From the mountain

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Mark Tidwell

 The last of the purple martins departed Highcliff on Aug. 9. The colony site by the garden is now utterly silent. I miss the cheerful martins and all the life that they bring to the farm. 

But, they’ve got their schedule, dictated by the instinct instilled in them by Mother Nature to follow, while we humans have our timetable to follow.

 I won’t be crossing the Gulf of Mexico on a wing and a prayer like the martins. I won’t be flying over the rainforests of Brazil, down below the equator, like the martins.

I won’t be dodging the coming winter like the martins. I will be looking forward to seeing the martins return to Highcliff next March, just as they too will once again be looking forward to getting back “home.”

 The gardens have pretty much played out as well. I bush hogged them down for the most part. That made room to plant greens for the fall. I do not like to eat greens, though several in the family do. I really enjoy growing a variety of greens; Florida broadleaf, curly mustard, radishes, turnips, spinach and the like.
 I do leave part of the garden just as it has developed over the summer. I love to see the corn stalks turn golden brown and listen to their dried leaves rattle in the wind. And though the garden is full of weeds and grass, the morning glories drape over all of the tired vegetables and adorn them with colors and beauty man cannot duplicate.  Morning glories sure do come in a wide range of colors; deep purple, pink, light blue, dark blue and stunning white.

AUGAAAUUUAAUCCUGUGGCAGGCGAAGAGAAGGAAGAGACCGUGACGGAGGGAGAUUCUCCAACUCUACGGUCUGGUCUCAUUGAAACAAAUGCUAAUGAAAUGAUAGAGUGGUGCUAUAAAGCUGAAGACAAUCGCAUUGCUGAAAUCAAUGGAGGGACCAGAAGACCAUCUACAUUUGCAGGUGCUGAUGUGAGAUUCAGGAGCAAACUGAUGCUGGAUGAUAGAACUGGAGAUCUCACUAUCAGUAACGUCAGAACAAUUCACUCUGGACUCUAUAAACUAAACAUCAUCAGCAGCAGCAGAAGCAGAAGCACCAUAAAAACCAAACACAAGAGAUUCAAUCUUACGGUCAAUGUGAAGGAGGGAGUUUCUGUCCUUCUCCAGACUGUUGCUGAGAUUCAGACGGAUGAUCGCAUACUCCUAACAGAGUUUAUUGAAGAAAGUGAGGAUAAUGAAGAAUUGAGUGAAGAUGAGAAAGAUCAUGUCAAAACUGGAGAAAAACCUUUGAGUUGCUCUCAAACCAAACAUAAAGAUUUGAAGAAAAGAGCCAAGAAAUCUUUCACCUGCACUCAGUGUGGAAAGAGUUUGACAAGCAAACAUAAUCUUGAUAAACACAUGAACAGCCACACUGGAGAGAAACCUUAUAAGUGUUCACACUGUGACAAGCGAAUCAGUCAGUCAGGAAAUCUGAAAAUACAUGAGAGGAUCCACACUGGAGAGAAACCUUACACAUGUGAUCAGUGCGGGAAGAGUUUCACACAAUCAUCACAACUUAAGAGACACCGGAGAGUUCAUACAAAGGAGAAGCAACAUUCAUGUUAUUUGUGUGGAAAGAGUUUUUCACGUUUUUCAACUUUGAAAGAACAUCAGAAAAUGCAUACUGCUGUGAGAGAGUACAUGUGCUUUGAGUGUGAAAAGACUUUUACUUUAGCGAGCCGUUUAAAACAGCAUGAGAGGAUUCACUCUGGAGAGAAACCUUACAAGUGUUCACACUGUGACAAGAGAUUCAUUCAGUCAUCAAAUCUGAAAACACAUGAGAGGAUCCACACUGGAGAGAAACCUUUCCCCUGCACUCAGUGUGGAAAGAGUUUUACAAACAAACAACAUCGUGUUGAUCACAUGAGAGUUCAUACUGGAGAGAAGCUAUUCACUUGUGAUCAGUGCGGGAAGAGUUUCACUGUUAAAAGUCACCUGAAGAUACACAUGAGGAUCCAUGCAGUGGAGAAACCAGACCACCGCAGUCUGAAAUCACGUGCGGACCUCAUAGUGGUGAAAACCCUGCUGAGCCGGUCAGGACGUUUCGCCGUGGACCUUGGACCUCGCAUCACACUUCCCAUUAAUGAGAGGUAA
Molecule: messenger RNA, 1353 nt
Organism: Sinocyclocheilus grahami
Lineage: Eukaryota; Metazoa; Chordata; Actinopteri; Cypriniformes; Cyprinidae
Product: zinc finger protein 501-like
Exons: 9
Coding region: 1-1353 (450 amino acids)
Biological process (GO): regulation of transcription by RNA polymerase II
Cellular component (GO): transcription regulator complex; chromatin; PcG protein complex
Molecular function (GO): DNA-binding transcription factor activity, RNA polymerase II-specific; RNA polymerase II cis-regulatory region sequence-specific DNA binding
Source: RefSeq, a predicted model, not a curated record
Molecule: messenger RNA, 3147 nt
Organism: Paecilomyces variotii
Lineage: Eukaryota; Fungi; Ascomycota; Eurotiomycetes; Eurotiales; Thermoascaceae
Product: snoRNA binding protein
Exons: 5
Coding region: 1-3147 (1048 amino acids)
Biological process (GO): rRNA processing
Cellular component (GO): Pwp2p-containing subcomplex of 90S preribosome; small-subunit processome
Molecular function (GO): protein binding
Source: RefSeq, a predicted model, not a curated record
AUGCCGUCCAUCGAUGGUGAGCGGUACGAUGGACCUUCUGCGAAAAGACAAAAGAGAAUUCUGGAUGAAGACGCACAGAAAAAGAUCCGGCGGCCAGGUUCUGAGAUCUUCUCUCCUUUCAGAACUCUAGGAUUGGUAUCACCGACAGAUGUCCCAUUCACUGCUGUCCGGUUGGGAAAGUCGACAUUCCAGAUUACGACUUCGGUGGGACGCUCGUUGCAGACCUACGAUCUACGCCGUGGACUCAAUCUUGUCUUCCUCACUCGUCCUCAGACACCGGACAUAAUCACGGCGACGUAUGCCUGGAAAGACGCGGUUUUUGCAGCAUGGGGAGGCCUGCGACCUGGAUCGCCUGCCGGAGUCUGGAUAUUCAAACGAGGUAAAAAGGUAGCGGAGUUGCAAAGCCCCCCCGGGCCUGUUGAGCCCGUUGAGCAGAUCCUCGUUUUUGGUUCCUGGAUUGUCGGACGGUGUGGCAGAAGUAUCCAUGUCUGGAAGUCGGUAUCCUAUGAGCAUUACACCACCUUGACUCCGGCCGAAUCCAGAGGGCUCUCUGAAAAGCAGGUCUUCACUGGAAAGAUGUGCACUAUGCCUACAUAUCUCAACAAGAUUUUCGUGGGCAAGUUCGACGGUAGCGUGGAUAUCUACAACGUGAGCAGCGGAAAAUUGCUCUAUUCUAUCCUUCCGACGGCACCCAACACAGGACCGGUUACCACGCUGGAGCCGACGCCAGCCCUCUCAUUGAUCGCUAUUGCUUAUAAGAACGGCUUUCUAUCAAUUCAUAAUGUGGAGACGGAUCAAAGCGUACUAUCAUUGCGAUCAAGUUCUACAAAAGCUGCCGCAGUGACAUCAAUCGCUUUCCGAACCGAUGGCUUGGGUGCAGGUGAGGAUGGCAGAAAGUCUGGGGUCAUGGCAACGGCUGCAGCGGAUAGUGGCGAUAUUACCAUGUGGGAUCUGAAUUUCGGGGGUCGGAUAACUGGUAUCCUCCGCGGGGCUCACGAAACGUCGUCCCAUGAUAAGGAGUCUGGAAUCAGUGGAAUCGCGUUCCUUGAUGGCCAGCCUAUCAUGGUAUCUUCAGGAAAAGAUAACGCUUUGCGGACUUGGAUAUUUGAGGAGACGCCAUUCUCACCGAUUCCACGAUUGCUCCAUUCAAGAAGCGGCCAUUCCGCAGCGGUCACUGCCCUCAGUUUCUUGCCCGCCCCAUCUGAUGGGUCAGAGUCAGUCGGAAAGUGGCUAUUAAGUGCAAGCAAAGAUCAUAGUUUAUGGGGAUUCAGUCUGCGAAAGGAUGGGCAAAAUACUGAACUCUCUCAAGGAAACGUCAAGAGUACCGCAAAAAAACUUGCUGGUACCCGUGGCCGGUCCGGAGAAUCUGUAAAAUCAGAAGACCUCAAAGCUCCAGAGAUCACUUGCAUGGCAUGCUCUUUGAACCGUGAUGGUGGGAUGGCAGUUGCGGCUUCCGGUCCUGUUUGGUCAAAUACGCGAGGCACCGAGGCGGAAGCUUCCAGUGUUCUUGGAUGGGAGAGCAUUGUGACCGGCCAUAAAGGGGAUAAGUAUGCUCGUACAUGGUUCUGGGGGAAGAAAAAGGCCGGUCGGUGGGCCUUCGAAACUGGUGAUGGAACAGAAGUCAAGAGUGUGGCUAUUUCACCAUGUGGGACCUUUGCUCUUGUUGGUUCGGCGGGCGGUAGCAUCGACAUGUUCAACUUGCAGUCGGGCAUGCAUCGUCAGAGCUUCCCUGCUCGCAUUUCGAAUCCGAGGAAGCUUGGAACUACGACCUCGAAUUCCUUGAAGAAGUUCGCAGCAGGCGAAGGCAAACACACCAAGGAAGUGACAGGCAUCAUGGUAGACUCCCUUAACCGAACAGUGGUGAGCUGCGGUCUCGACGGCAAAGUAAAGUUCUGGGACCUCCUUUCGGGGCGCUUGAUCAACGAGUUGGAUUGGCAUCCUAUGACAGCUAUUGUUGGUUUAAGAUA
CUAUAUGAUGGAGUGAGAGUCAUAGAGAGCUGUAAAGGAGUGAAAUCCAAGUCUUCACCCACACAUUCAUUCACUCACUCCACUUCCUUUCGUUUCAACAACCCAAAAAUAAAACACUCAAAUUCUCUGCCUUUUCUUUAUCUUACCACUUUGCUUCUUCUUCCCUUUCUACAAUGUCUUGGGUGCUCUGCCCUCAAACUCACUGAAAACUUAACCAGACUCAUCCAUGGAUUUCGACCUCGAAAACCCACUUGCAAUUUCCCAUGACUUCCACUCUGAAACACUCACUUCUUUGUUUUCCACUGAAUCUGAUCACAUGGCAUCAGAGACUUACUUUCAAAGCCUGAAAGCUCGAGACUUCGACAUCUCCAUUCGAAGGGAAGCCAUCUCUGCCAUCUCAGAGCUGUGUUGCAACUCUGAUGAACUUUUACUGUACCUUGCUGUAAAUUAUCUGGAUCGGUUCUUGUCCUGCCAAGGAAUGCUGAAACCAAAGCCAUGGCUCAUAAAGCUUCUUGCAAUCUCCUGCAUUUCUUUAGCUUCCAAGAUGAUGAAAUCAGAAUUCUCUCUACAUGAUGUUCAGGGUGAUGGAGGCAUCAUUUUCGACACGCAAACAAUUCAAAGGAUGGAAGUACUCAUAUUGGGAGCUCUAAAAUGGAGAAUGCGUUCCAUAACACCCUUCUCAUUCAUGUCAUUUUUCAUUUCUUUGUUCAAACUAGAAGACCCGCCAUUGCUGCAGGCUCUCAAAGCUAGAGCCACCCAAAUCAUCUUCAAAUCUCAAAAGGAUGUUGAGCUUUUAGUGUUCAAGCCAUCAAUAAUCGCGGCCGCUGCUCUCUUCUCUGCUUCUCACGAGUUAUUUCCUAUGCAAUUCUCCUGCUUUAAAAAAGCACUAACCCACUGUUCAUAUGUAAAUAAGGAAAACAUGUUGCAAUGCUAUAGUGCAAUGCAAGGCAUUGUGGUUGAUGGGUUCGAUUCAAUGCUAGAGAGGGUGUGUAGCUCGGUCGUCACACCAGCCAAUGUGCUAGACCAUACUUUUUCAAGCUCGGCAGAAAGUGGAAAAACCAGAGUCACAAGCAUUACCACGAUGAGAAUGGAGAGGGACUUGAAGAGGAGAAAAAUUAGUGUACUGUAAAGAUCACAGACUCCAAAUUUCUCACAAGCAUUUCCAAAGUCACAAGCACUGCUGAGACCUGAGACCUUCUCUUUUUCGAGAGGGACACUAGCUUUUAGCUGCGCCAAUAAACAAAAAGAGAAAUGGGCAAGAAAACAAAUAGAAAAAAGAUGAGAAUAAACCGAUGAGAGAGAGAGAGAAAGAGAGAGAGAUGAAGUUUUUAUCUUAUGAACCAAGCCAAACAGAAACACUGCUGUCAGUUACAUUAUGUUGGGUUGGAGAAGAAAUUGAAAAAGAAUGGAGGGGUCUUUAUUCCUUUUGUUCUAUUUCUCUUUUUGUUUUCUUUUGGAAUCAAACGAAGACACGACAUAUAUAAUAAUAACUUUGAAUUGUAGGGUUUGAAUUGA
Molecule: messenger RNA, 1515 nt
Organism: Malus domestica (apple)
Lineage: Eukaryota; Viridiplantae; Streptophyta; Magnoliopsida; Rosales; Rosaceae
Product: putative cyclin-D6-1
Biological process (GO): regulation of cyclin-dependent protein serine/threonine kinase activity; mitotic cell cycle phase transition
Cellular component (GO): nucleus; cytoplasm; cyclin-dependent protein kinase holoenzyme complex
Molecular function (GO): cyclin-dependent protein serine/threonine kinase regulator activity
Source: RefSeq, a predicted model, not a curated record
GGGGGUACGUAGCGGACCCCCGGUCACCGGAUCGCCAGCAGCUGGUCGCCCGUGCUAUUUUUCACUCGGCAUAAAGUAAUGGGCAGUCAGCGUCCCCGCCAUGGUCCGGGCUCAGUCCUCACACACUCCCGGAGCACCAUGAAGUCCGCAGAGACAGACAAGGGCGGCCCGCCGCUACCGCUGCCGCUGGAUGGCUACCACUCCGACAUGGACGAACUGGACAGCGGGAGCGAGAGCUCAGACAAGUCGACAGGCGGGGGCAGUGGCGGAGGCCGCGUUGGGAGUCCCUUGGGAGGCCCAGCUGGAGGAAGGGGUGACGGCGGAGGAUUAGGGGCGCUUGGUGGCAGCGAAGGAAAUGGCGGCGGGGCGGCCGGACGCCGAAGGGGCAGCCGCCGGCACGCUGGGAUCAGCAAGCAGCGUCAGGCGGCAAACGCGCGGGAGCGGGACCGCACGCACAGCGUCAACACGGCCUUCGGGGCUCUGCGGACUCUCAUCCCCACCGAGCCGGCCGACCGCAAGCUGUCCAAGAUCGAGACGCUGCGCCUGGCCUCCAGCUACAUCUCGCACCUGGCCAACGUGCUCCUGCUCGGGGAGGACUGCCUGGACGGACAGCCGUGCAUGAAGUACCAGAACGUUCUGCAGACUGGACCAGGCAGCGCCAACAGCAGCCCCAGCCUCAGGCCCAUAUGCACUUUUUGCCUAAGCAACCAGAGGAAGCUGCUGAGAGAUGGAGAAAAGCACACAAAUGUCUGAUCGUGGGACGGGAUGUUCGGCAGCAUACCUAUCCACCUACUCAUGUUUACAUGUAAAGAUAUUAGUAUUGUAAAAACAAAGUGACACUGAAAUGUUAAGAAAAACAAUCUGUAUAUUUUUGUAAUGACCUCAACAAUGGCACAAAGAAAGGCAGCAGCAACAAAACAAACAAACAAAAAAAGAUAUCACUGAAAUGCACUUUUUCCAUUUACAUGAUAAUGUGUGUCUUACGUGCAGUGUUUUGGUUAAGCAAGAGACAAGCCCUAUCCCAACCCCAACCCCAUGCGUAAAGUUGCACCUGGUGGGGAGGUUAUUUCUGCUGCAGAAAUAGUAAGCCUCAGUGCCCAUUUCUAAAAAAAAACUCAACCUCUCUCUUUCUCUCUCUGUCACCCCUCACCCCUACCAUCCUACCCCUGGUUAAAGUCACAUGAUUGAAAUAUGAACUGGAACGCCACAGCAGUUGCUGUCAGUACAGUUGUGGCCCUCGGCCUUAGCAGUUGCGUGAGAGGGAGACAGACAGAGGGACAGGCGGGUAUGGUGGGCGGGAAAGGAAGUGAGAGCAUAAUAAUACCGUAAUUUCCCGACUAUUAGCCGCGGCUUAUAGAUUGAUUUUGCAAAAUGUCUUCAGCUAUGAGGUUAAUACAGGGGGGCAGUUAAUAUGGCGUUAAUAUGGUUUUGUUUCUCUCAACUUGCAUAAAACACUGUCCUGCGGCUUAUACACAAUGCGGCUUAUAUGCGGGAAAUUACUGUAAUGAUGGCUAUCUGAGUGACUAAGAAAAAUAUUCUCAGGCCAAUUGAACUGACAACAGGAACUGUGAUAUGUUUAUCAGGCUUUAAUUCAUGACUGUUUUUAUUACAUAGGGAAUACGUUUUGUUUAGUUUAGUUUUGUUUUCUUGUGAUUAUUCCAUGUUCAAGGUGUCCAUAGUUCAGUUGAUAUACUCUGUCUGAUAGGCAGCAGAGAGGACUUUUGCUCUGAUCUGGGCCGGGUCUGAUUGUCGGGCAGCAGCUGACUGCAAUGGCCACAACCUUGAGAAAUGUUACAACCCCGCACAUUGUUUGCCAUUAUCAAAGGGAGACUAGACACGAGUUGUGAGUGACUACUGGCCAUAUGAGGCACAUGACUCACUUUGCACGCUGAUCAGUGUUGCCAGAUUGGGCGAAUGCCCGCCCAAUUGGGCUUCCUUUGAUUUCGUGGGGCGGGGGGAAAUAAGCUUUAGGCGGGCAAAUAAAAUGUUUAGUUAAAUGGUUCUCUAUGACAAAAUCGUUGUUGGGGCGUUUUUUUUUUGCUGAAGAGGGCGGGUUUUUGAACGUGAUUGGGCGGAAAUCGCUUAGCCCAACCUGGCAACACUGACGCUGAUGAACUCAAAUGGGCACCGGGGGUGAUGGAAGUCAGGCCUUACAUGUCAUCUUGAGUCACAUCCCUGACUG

Squirrel season opened on Aug. 27. I ventured out, along with a couple of companions.  Fog was absent that morning. There was a stiff breeze as well. This made the squirrels extra suspicious and wary of any human activity. We finally dropped off the high ridges down into a deep, secluded hollow to get out of the wind.
 Once we found some quieted woods, we began to be able to put the sneak on some squirrels. We located a grove of black gum trees that were working alive, in their top branches, with bushytailed squirrels.

It sure was fun watching Randolph, my 11-year-old neighbor, try to get him a squirrel. After some shooting, the squirrels decided they best move along. The day heated up really fast, so the hunters also figured it best that they vacate the hot woods for cooler, less buggy climes. It’ll be a day we chat and laugh about for years to com, one of the finer days of life “from the mountain.”